Wednesday, September 17, 2008
By Andrea Thompson
[Ants evolved more than 120 million years ago]
Christian Rabeling, an evolutionary biology graduate student at the University of Texas at Austin, found the only known specimen of the new ant species in dead plant material on the ground in the Amazon rainforest at the Empresa Brasileira de Pesquisa Agropecuaria in Manaus, Brazil, in 2003.
Rabeling and his colleagues named the ant Martialis heureka (“ant from Mars”) because they’d never seen an ant like it before.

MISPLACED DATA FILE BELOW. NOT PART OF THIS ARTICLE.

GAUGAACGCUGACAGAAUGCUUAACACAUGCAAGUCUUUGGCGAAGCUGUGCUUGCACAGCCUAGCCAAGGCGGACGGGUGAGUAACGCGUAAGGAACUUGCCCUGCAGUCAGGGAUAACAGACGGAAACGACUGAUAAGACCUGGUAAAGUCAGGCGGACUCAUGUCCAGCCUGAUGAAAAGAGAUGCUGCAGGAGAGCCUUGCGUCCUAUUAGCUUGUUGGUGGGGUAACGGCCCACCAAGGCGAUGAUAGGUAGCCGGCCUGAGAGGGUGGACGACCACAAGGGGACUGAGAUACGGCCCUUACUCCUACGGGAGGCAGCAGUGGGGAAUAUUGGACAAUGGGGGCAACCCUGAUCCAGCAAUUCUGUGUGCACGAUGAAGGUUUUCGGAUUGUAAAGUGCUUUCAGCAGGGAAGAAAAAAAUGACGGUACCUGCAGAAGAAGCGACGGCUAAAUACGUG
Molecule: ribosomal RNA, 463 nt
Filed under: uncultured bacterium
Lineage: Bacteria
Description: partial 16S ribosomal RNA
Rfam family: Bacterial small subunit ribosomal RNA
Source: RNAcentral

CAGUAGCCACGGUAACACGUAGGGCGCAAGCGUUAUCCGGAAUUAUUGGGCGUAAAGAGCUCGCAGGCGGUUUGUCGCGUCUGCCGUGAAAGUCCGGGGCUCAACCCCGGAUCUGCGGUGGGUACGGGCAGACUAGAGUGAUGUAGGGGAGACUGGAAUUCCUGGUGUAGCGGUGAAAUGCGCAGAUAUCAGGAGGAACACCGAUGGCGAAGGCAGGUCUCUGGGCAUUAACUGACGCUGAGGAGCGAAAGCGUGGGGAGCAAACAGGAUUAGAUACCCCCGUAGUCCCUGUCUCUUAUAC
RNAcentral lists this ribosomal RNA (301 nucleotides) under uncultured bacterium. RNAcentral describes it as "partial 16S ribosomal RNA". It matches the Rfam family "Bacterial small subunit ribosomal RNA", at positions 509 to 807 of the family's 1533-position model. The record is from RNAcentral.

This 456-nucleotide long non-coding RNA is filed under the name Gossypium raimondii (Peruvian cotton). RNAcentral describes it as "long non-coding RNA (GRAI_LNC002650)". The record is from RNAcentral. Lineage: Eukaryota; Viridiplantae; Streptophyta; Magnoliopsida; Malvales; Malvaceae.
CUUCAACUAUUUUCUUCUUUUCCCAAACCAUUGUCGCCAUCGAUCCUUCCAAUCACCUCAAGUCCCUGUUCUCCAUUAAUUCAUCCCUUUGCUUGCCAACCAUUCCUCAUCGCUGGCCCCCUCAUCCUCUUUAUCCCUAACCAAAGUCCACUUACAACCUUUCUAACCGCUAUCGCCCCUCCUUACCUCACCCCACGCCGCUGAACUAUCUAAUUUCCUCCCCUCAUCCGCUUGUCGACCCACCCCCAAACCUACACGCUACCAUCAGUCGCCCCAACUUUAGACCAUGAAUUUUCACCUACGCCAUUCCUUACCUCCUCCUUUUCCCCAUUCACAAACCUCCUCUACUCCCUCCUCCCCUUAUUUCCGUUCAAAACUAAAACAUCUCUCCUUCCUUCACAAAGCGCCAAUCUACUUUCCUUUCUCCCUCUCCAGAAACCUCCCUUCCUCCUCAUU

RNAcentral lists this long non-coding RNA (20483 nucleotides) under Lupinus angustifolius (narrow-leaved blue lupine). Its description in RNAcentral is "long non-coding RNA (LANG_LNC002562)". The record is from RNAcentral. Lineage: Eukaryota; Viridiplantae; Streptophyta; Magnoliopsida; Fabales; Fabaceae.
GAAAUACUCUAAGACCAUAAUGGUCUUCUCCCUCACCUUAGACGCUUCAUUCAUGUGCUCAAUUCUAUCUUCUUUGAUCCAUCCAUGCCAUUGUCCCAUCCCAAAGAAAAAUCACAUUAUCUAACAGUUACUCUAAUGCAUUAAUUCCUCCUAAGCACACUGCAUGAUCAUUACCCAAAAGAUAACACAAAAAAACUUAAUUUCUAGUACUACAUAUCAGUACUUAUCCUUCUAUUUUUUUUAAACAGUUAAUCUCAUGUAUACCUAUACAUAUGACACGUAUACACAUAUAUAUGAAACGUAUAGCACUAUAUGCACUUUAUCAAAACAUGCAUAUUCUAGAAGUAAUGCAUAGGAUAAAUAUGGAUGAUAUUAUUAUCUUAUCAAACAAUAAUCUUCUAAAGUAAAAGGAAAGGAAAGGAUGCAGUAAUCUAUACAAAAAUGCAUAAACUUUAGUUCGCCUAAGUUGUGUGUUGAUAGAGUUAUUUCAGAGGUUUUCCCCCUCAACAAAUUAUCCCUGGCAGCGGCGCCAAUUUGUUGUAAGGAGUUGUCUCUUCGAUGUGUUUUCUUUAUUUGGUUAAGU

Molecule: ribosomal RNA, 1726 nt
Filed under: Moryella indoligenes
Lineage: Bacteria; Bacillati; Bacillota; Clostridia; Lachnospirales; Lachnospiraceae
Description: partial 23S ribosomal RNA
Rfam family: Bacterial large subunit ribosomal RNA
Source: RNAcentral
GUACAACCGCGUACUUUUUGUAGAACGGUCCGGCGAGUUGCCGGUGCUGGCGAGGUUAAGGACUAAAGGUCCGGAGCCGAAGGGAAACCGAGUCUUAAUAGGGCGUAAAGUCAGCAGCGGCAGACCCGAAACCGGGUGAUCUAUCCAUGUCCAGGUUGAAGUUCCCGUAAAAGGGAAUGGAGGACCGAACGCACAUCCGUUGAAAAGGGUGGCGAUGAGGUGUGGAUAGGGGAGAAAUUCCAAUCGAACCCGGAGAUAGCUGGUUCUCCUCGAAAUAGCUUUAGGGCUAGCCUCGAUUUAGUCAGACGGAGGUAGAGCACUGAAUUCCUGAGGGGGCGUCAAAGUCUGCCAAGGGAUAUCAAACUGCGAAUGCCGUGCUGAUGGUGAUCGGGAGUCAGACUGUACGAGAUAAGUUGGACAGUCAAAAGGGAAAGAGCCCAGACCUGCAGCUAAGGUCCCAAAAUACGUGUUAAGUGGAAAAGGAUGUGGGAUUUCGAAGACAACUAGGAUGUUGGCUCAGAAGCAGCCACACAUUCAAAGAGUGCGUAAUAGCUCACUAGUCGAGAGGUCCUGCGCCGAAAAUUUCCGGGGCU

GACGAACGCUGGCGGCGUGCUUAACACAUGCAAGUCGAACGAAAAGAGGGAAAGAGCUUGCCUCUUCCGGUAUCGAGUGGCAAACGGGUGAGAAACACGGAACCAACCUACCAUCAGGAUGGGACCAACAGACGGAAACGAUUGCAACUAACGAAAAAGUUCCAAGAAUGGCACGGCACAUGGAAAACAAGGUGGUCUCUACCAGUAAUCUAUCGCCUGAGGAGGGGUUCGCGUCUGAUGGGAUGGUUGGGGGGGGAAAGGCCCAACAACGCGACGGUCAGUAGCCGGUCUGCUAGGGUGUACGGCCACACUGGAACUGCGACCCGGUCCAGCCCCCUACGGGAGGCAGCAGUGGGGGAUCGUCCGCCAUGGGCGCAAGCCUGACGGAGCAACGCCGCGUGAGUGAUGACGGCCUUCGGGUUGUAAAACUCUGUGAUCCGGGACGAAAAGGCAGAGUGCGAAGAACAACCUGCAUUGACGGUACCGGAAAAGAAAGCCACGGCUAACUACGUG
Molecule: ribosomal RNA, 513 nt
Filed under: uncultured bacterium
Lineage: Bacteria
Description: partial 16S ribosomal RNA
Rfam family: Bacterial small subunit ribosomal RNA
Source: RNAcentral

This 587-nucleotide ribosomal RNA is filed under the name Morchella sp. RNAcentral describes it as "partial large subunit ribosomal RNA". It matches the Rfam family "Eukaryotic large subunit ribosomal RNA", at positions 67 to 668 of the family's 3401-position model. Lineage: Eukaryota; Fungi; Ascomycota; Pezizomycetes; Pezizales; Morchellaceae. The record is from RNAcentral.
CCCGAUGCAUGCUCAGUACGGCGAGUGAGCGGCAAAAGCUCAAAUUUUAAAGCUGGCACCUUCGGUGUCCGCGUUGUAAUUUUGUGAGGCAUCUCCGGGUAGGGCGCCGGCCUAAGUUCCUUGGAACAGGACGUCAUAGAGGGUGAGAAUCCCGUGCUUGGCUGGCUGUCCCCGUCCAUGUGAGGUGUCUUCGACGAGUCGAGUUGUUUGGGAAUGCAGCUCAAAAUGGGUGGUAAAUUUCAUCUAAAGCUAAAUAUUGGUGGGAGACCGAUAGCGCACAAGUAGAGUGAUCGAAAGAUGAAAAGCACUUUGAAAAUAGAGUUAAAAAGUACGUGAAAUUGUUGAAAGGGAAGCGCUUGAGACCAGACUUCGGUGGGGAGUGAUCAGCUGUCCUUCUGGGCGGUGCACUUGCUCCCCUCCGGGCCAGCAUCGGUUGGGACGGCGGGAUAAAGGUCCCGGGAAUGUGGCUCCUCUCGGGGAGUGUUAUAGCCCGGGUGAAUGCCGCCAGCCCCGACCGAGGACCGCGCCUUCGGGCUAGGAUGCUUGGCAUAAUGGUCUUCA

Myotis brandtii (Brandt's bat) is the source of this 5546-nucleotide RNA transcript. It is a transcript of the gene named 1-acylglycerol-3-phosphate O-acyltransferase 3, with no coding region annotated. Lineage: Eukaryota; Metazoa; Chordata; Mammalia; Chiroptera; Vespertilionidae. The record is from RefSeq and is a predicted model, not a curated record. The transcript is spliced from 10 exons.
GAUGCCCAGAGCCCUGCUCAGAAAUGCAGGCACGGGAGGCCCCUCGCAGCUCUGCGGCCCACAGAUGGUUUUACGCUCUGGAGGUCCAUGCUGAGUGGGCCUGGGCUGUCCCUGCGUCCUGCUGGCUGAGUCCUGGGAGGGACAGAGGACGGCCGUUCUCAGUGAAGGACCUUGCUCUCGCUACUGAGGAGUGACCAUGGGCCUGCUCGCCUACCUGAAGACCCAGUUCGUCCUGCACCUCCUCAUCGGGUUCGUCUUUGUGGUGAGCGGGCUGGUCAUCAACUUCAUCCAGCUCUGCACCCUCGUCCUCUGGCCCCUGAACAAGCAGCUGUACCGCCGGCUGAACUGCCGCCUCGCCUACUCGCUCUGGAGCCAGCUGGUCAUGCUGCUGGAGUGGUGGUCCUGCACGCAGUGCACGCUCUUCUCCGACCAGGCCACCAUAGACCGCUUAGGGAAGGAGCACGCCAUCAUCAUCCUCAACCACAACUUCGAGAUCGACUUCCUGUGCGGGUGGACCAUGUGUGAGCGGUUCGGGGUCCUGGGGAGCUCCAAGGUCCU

The ant is well-adapted for its underground home, with a long, pale body and no eyes. It also has long, slender forceps-like mandibles that researchers suspect the ant uses to capture prey.
M. heureka not only constitutes a new species, but a new genus and subfamily of ants as well. The new subfamily, one of 21 ant subfamilies, is the first new one to be named by scientists since 1967.
Rabeling says the discovery, detailed in the Sept. 15 issue of the journal Proceedings of the National Academy of Sciences, will help biologists better understand the biodiversity and evolution of ants.
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